The global medical marijuana market was valued at $11.8 billion (R171.7bn) in 2017. It is expected to generate revenue of about $40.9bn by the end of 2024, growing at a compound annual growth rate of about 19 percent between 2018 and 2024. Photo: AP
JOHANNESBURG – South African investment holding company Labat Africa is on a high after buying a 70 percent stake in Lesotho dagga grower and manufacturer Zarenka Group as part of its business expansion into the cannabis market.

A recent report by India-based Zion Market Research found that cannabis is one of the fastest-growing markets.

The global medical marijuana market was valued at $11.8 billion (R171.7bn) in 2017. It is expected to generate revenue of about $40.9bn by the end of 2024, growing at a compound annual growth rate of about 19 percent between 2018 and 2024.

Consultancy firm Prohibition Partners said that “Africa’s legal cannabis industry could generate more than $7.1bn annually by 2023 if a number of the continent’s major markets open up and mirror the trend of legalisation” in the US, Canada and Europe.

Medical marijuana is in its initial phase in the healthcare industry and the cannabis plant is a revolutionary product that is garnering mass acceptance globally.

JSE-listed Labat ventured into the cannabis industry this month with the acquisition of a 70percent stake in high-grade genetic cannabis breeding, cultivating and stabilising business Knuckle Genetics.

This propelled the group to establish a fully integrated cannabis business, Labat Cannabis, within the Labat Africa group of companies.

On finalisation of the Zarenka subscription, Labat entered into a subscription agreement with Zarenka for more than 2.3 million shares for a consideration of R57.5million to be settled in two tranches. The transaction is subject to the fulfilment of suspensive conditions, including board approval and any regulatory approvals.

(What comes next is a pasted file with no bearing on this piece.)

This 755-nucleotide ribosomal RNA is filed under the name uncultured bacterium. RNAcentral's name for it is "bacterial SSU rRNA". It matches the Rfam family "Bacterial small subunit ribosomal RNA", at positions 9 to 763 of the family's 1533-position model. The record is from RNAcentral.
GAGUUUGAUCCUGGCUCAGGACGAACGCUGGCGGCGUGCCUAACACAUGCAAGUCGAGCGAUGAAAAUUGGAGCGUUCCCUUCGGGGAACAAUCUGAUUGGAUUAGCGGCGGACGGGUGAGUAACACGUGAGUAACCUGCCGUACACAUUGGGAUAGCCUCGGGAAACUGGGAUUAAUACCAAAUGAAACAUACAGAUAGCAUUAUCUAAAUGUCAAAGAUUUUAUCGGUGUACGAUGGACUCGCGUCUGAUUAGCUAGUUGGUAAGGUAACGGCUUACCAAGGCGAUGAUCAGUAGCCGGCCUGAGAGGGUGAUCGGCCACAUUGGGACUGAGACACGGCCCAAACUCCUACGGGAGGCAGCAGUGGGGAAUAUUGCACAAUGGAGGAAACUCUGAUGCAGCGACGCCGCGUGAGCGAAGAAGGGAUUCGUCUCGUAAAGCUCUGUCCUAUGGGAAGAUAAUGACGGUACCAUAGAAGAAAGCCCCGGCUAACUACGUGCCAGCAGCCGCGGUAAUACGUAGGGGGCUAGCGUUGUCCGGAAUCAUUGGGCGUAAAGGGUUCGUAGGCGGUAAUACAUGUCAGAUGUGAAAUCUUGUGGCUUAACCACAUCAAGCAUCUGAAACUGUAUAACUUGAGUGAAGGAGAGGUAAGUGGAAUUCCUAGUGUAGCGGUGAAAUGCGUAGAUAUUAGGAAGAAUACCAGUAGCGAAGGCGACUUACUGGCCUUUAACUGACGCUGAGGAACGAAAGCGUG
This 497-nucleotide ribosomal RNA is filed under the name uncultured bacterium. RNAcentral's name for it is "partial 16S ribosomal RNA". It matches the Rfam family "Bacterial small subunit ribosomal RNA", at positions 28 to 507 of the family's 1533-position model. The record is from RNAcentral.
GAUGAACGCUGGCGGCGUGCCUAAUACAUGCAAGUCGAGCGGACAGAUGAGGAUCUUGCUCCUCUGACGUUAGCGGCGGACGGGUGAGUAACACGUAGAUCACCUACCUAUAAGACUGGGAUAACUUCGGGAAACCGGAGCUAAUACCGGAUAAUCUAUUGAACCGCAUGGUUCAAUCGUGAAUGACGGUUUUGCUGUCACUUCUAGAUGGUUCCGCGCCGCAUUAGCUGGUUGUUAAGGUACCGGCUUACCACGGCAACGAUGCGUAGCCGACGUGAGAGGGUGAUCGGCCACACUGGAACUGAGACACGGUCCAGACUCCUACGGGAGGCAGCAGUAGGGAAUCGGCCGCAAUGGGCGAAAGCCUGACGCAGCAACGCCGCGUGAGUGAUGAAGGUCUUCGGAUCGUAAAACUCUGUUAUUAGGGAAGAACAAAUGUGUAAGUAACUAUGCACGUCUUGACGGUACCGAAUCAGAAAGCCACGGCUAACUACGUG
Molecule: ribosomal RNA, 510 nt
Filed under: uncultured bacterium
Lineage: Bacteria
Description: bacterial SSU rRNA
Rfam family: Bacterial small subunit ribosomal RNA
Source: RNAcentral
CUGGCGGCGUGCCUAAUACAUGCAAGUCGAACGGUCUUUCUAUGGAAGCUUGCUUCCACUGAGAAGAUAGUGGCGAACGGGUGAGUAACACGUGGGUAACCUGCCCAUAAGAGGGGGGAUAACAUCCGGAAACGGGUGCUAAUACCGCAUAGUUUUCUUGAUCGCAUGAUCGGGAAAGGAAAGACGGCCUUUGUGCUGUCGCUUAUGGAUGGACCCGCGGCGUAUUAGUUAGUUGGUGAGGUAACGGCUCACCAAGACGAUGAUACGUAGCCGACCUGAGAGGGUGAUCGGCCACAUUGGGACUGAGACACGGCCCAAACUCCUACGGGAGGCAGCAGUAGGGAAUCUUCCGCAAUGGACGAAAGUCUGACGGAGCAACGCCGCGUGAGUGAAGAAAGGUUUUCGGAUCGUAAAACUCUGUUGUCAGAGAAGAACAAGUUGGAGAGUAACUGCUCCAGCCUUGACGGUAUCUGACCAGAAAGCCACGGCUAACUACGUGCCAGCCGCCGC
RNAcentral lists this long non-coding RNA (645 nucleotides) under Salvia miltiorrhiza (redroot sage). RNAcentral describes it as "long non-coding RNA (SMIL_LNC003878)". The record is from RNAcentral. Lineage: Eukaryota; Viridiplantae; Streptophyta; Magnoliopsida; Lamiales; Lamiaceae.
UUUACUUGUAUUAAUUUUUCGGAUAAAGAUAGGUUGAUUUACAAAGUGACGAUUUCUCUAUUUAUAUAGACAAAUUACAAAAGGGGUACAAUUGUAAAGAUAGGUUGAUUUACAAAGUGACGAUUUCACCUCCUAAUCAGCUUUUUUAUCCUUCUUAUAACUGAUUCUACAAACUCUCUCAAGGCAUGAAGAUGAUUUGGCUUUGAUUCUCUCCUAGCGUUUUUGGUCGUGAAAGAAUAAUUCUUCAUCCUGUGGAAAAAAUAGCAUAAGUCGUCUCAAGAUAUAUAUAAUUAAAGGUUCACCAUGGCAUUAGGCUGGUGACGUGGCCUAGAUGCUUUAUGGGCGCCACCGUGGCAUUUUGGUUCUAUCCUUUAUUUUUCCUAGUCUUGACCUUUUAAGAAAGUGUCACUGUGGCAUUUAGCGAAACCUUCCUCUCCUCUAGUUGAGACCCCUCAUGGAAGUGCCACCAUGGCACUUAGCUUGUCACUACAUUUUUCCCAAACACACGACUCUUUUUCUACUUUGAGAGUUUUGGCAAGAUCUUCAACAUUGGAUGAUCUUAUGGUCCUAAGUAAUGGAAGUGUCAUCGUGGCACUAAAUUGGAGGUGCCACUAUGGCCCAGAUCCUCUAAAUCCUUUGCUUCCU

The shareholders of Zarenka, Luxolo Vava and Mohammed Osman, will retain a 30 percent interest.

Zarenka has an interest in six cannabis licences in the Kingdom of Lesotho, which allow it to cultivate, harvest, manufacture, distribute, import and export into and out of Lesotho for medical and recreational use, and for any other use which is legal in the country acquiring the products.

Lesotho has been ahead of the curve on medicinal use of cannabis, and was the first African country to decriminalise cannabis two years ago.

Labat said acquiring a majority stake in Zarenka was in line with its strategy to give effect to the establishment of a fully integrated cannabis business. The group said this would enable it to supply the international market with a lower to mid-tier product for pharmaceutical purposes, while the higher tetrahydrocannabinol (TCH) and cannabidiol (CBD) content is for the upper medicinal and medical research market. Zarenka will not require funding from Labat, and as part of the warranty is expected to realise its first production and revenue before the end of November.

The construction of the Zarenka facility in Lesotho is under way, with production to start on November.

This will include the setting up of containers, nurseries, offices, greenhouses, recruitment of staff, appointment of master growers, appointment of airfreight agents and exporting of the first consignment of product.

The parties have stated that it is the intention to have a dual listing on the JSE and the Dubai Financial Market, at which time additional capital will be raised to further grow Labat Cannabis.


Labat’s share gained 9.09 percent to R0.60 on Friday before closing at R0.62.

BUSINESS REPORT